Epiphanies are relatively rare occurrences and generally follow a process of significant thought about a problem. Often they are triggered by a new and key piece of information, but importantly, a depth of prior knowledge is required to allow the leap of understanding. Famous epiphanies include Archimedes’s discovery of a method to determine the density of an object (‘Eureka!’) and Isaac Newton’s realization that a falling apple and the orbiting moon are both pulled by the same force. The word epiphany originally referred to insight through the divine. Today, this concept is more often used without such connotations, but a popular implication remains that the epiphany is supernatural, as the discovery seems to come suddenly from the outside.

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September 21, 2016

Safe Space

pc principal

In educational institutions, safe-space (or safer-space or positive space) originally were terms used to indicate that a teacher, educational institution or student body does not tolerate anti-LGBT violence, harassment or hate speech, thereby creating a safe place for all lesbian, gay, bisexual, and transgender students. The term safe space has been extended to refer to a space for individuals who are marginalized to come together to communicate regarding their experiences with marginalization, typically on a university campus. It has been criticized for being contrary to freedom of speech.

In the U.S. the concept originated in the women’s movement, where it ‘implies a certain license to speak and act freely, form collective strength, and generate strategies for resistance…a means rather than an end and not only a physical space but also a space created by the coming together of women searching for community.’ The first safe spaces were gay bars and consciousness raising groups. Positive Space initiatives are prevalent in post-secondary institutions across Canada including McGill University and the University of Toronto.

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May 28, 2016

Pygmalion Effect

Clever Hans

The Pygmalion effect, or ‘Rosenthal effect,’ is the phenomenon whereby higher expectations lead to an increase in performance. The effect is named after the Greek myth of Pygmalion, a sculptor who fell in love with a statue he had carved. By the Pygmalion effect, people internalize their positive labels, and those with positive labels succeed accordingly. A corollary of the Pygmalion effect is the ‘golem effect,’ in which low expectations lead to a decrease in performance.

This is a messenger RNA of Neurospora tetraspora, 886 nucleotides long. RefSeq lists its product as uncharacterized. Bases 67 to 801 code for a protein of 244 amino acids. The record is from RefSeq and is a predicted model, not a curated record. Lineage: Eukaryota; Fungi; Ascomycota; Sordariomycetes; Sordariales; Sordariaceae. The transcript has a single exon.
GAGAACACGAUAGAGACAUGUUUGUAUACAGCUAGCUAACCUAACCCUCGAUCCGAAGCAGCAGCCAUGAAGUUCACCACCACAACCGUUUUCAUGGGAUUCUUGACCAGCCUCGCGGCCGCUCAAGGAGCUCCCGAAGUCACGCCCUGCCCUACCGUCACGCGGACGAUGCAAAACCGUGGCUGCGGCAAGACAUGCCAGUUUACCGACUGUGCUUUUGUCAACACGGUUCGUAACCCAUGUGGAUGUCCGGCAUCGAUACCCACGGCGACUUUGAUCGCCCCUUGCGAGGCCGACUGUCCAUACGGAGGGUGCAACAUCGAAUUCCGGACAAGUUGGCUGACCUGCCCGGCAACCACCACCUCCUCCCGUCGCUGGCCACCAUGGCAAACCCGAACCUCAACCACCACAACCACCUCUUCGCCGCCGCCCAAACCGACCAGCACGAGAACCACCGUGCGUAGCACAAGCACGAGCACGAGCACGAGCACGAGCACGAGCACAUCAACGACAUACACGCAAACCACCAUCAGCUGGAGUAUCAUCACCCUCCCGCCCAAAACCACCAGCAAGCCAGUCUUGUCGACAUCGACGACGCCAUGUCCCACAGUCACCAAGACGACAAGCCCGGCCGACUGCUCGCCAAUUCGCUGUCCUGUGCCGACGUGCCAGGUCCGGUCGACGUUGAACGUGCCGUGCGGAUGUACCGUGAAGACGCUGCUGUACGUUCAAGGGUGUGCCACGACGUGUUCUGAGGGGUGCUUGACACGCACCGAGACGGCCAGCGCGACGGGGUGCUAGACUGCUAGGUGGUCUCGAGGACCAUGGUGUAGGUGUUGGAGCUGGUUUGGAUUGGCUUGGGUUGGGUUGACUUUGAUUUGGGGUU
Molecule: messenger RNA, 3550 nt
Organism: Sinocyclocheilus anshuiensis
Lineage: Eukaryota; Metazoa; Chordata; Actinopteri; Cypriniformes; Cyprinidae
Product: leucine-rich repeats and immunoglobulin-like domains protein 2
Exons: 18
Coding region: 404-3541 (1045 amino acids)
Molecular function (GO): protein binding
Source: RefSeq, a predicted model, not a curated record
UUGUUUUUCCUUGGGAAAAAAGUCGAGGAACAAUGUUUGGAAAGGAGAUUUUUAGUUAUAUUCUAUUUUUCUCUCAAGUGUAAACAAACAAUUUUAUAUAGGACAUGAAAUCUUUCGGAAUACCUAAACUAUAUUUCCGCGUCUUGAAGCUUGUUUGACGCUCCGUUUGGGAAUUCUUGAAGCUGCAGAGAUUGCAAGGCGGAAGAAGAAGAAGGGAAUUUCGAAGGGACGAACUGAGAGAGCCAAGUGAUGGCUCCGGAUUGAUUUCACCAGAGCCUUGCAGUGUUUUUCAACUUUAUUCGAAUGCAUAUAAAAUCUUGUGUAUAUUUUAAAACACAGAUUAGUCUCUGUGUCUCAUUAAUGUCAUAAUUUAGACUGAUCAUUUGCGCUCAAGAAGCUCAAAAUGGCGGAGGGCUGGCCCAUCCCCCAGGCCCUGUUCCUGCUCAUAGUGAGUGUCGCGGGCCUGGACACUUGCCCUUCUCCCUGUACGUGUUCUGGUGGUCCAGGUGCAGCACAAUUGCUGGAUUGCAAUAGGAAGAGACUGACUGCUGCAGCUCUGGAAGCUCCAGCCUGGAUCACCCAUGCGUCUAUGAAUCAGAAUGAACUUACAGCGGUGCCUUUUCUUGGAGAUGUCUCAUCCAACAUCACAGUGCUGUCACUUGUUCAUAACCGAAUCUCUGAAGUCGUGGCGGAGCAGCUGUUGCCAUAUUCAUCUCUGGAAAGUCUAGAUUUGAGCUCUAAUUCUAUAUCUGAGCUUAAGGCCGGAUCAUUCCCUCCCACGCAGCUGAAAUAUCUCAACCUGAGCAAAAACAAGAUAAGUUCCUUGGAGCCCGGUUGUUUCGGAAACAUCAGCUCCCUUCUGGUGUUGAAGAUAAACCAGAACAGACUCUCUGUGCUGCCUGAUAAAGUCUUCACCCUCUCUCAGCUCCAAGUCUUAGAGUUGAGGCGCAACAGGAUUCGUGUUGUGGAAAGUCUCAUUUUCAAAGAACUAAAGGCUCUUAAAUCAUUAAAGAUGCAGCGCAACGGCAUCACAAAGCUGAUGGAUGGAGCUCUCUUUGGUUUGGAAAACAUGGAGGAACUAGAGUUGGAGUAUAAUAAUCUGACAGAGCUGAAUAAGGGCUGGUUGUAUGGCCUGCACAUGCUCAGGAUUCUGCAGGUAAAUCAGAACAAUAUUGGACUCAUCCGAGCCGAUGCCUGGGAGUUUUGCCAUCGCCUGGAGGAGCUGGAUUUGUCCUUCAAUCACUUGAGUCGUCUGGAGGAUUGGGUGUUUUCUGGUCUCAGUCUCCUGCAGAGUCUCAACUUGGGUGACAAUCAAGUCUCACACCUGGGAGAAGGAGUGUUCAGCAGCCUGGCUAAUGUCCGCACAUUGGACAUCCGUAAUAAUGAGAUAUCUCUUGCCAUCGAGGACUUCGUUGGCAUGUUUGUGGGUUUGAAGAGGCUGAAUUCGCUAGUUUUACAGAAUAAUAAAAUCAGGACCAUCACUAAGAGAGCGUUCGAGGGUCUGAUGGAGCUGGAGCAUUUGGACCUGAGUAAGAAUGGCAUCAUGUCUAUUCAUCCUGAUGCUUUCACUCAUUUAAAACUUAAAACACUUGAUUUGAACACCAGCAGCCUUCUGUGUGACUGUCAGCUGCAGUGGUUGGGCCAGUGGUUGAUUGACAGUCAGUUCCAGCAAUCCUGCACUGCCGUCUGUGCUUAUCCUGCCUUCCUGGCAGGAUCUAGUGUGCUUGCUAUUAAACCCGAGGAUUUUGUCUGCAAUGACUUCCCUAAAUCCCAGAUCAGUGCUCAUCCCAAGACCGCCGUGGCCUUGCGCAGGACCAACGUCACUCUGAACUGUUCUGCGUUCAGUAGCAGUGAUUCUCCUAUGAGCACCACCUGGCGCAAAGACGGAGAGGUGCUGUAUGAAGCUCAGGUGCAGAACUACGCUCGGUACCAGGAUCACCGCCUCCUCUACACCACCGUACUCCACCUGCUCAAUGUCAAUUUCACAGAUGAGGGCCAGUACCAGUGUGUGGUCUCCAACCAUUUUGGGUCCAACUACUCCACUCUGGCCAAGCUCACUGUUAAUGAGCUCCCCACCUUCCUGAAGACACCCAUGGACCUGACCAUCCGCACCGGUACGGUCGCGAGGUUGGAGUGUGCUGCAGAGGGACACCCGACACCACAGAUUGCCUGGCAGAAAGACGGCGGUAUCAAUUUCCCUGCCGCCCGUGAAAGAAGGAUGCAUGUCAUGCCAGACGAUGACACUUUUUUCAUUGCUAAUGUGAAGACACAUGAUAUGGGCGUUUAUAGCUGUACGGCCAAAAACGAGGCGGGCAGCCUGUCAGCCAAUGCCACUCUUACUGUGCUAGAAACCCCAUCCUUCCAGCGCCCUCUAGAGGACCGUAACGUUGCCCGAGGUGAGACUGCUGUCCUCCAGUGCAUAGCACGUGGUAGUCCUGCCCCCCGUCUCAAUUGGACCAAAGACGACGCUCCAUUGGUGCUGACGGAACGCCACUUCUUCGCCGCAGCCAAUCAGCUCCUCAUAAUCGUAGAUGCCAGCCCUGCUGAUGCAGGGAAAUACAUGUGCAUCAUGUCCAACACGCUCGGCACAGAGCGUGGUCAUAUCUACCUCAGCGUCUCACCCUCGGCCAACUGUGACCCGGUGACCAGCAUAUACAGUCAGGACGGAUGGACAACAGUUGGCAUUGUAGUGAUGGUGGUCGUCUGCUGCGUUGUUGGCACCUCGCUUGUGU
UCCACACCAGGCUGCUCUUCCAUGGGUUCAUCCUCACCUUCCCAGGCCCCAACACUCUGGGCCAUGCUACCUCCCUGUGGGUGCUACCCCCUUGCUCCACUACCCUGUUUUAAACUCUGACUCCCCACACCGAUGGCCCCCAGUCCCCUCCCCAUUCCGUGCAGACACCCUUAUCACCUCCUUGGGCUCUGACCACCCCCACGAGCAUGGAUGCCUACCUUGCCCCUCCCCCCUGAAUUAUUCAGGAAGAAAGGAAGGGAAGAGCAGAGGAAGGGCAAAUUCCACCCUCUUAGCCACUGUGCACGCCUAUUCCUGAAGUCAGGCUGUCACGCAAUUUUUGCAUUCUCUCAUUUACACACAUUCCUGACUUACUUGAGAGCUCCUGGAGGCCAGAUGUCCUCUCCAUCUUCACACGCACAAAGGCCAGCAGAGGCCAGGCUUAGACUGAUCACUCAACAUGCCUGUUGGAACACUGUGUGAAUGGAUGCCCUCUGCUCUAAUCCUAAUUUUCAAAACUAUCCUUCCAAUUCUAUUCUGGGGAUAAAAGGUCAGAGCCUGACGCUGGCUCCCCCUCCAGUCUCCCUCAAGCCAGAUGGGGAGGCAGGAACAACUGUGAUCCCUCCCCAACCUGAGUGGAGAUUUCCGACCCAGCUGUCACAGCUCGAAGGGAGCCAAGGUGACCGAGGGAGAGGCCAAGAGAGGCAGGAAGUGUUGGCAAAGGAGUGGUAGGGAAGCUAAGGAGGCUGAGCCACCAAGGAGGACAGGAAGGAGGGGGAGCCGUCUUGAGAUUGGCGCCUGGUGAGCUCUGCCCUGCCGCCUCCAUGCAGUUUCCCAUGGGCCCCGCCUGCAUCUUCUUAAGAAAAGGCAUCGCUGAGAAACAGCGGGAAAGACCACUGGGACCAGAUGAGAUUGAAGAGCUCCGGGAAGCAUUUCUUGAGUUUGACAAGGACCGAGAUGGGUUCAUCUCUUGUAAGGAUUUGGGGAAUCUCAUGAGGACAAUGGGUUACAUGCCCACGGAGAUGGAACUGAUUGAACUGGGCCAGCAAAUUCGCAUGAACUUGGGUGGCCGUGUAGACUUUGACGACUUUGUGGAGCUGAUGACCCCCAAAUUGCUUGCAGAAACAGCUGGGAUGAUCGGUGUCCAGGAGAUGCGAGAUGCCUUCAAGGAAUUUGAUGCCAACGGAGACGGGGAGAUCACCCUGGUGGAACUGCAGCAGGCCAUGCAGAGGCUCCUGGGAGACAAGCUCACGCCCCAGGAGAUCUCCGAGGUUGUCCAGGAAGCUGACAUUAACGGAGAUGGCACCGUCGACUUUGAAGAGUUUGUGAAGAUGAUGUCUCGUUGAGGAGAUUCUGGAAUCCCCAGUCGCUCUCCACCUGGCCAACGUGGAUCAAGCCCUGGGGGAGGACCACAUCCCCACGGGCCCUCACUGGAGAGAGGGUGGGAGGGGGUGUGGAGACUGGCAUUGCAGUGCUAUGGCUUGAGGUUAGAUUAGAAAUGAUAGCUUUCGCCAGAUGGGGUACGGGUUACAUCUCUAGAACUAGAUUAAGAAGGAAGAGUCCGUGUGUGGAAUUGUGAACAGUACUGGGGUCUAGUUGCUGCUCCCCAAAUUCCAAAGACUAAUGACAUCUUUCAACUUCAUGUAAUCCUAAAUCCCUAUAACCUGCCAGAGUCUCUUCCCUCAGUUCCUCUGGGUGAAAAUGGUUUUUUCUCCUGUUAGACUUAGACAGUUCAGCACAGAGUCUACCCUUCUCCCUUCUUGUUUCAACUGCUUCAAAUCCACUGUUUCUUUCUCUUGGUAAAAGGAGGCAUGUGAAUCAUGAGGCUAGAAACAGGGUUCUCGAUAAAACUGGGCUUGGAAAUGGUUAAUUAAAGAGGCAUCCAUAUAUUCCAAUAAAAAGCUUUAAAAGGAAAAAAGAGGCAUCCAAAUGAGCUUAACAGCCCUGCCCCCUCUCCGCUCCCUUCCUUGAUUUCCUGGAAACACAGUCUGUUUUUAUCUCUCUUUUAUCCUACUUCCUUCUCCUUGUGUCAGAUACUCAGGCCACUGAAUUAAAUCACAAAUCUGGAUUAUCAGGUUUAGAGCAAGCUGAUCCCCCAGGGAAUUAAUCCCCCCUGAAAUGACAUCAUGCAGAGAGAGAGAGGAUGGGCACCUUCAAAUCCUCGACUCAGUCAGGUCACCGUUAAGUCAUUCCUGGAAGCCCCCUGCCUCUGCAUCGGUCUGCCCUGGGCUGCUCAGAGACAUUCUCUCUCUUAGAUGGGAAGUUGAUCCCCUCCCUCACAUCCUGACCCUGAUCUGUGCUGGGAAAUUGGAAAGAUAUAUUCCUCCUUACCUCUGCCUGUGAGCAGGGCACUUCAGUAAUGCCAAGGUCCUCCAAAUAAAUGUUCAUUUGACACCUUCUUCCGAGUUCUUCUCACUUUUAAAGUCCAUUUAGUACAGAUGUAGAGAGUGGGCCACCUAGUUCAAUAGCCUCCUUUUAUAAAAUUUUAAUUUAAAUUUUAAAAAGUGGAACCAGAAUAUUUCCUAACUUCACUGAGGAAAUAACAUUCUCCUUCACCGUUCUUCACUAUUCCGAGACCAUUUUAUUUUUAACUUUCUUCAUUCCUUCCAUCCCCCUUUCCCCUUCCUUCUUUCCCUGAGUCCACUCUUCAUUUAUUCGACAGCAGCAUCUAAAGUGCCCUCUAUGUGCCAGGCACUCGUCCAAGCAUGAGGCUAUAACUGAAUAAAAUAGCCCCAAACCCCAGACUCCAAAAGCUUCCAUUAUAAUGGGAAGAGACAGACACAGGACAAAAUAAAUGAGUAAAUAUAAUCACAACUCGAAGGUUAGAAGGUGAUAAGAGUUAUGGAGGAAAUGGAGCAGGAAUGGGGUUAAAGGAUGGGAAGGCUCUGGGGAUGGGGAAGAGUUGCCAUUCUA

Psychologists Robert Rosenthal and Lenore Jacobson’s first showed that, if teachers were led to expect enhanced performance from children, then the children’s performance was enhanced. This study supported the hypothesis that reality can be positively or negatively influenced by the expectations of others, the ‘observer-expectancy effect.’ Rosenthal theorized that biased expectancies could affect reality and create self-fulfilling prophecies (predictions that directly or indirectly cause themselves to become true)

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May 18, 2016

Late Bloomer

ugly duckling by Heng Swee Lim

late bloomer is a person whose talents or capabilities are not visible to others or do not manifest until later than usual. The term is used metaphorically to describe a child or adolescent who develops slower than others in their age group, but eventually catches up and in some cases overtakes their peers, or an adult whose talent or genius in a particular field only appears later in life than is normal – in some cases only in old age.

A notable example of a child who overcame early developmental problems is Albert Einstein, who suffered from speech difficulties as a young child. Other late-talking children who became highly successful engineers, mathematicians, and scientists include physicists Richard Feynman and Edward Teller. Neuroscientist Steven Pinker postulates that a certain form of language delay may in fact be associated with exceptional and innate analytical prowess in some individuals.

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February 5, 2016

Adaptive Unconscious